Apr. 25th, 2017

jack: (Default)
I realise I've had *another* shift in habits.

Now I'm keeping a daily/weekly todo list more as standard, any emails I need to reply to on a specific timescale get duplicated into that system.

But that means I've shifted to starring emails that need a reply, and going through them occasionally, and the rest of my inbox has gone back to being "everything I've received recently0-ish that might be relevant". But mostly without the problem of "agh the important emails got lost".

Of course, gmail divides that into five folders: primary; social media notifications; corporate mailing list type stuff, and a couple of others. I could do something similar with filters. But it would be harder to cope if those were all muddled together. Non-starred mail in primary tends to be "conversations which are relevant in the next few days but don't need a reply right now". I tend to use social media notifications for marking comments I'd like to reply to, although that's fiddly. And the others rarely need any action (if they do, it's usually important and I move it into primary).
jack: (Default)
After running a couple of roleplaying sessions with quad & family, I would like to try to run something regularly in addition to whatever I run with them. I'm probably going to aim for once a month depending on interest.

I'm going to start by running a lightly revamped version of the DnD 5e one-shot I ran for quad before.

Pitch

Passengers on a ship, driven far out to sea in a storm and beached for repairs on an abandoned island. 30 years ago it was home to a pirate lord, Erik Twicecursed and his BFF Grignir Hammerhead. While repairs succeed, the captain asks for volunteers to explore the abandoned and reputed-cursed pirate lair.

There may be treasure. There will almost certainly be combat encounters. Hilarious misunderstandings of the skill system and trigger happy party wizards are not guaranteed, but likely.

DnD 5e. For people new to roleplaying I will give you a pregenerated 1st level character sheet but suggest you invent a character who's more interesting to you, and change any specifics accordingly. If you're familiar with the system you're welcome to generate a 1st level character however you like.

Invitation

This Saturday 2pm. It may run into the evening, in which case we'll probably have pizza.

If you're interested, comment here or email me by midnight Fri, and I will send you directions. (North cambridge, but may be lifts available if transport is an issue.)

You don't need to bring anything. If you're excited to do so anyway, things that could be useful: bring 5e books if you have them; read a little about 5e online; think about a character concept, not so much detailed background, as what they like doing and how they might be connected to other characters (member of ships company? bodyguard? relatives?)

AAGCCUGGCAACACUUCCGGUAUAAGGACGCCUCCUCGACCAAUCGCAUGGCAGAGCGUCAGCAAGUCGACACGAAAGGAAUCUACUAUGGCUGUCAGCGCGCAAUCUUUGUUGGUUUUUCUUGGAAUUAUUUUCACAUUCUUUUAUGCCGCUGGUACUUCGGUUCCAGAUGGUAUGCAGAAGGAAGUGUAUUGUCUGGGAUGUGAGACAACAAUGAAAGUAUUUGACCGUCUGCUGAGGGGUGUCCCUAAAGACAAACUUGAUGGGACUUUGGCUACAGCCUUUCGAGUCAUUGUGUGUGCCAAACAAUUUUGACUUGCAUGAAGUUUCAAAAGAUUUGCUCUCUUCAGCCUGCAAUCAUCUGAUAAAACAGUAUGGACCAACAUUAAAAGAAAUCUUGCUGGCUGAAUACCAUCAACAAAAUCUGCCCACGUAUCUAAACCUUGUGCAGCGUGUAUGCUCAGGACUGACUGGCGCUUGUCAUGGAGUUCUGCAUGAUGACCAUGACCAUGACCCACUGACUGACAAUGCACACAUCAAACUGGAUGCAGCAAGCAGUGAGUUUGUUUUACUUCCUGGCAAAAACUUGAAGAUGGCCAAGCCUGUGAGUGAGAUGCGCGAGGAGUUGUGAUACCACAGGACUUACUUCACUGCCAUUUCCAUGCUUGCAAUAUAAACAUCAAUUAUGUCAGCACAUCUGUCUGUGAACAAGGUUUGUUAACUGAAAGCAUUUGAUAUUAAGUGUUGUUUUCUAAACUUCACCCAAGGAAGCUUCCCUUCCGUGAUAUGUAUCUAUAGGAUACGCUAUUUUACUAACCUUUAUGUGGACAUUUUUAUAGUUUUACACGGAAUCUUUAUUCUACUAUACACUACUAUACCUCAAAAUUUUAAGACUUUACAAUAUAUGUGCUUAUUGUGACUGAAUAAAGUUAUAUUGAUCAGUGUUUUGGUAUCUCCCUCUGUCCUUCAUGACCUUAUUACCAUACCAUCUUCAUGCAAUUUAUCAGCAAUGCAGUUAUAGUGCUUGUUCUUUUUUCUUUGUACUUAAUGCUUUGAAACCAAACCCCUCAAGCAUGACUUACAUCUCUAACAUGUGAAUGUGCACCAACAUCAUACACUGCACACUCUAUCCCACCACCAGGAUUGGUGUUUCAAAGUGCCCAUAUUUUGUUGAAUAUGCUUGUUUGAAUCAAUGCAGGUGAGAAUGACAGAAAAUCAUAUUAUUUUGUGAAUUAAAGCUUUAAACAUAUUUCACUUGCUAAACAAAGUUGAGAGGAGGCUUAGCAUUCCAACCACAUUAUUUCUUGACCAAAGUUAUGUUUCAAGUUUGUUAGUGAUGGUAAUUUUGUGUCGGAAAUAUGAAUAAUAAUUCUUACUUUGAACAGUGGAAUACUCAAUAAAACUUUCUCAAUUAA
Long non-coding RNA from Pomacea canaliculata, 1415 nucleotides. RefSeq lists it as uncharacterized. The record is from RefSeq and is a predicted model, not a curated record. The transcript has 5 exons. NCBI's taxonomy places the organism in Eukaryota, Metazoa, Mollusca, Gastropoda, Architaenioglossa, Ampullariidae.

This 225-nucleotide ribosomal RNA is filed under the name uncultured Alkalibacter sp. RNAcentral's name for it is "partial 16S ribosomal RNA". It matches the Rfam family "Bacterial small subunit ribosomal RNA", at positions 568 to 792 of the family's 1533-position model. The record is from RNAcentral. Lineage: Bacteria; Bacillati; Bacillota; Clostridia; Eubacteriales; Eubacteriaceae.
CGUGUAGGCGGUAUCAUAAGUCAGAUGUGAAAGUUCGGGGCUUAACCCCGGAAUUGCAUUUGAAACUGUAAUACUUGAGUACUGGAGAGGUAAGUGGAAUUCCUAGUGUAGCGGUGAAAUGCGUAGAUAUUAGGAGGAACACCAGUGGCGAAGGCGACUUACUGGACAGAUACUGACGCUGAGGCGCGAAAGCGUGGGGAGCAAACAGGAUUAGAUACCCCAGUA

Also let me know if you'd be interested in future one-shots or campaigns.

Future

I have a campaign in mind following this session, but think it makes sense to schedule several one-shots and see which people are interested in coming back to.

People were very enthusiastic about my putative vorkosigan campaign, and I would really, really like to run that, but it will not be this weekend, it needs more prep time. But if you're interested and think you could actually make time to come, please let me know. (If it happens I plan a series of connected stand-alone sessions, so I might well be able to run one if I'm in london for the day, even if other sessions take place with people in Cambridge.)
jack: (Default)
This has so much I love.

An interesting space empire, full of detailed calendrical minutae, customs, etc, etc.

A mathematically gifted protagonist struggling to serve loyally as a minor officer in the infantry.

A legendary rogueish maybe-monster.

The empire is built on basically mathematically-based magic, following particular social codes (both on an "infantry formation scale" and a "society as a whole" scale) allows various exotic technologies to work that wouldn't otherwise, including more powerful weapons and other tech that enables the empire to function at all.

I had some reservations too, which may contain spoilers, so will be moved into a follow-up post. Please make any comments which contain spoilers on that post too.
jack: (Default)
You should be able to select multiple pokemon from your reserves when choosing which pokemon to fight with.

When you're training a friendly gym, the default pokemon selection should avoid pokemon very slightly higher CP than the ones you're fighting that automatically reduce the prestige gained by 40%.

"Vaporeon used hydropump" should always come slightly before the special move takes effect, rather than slightly after.

If your pokemon is on 5% health and you switch to another pokemon and that one is knocked out, its default replacement should be the *next* one, not the one which will be knocked out instantly. (Is there a shortcut for "next pokemon" without going through the pokemon select screen?)

If your switch pokemon and while you're in the pokemon select screen, your previous pokemon faints or you forget which pokemon you started with, and you click frantically click a pokemon again and again trying to select it and nothing happens, it should select that pokemon even if it's the one already selected.

If you select "run away" there should be a quick gesture to do so in a single click, without needing to get to the "yes" button before your next pokemon is knocked out too.
jack: (Default)
Last post, I decided that what's "really there" for fundamental particles is typically a quantum thing, specifically, a probability wave of possible values a particle can have which appears to collapse into one particular place only when its interacted with.

However, this "collapse" sounds very suspicious. If two different particles emitted from the same particle decay (or something?) are known to have opposite spins, but not what those are, do you get all the usual wavelike behaviour, can each self-interfere, etc? Yes, of course. And yet, when you finally measure them, lo, the spins are still conveniently opposite.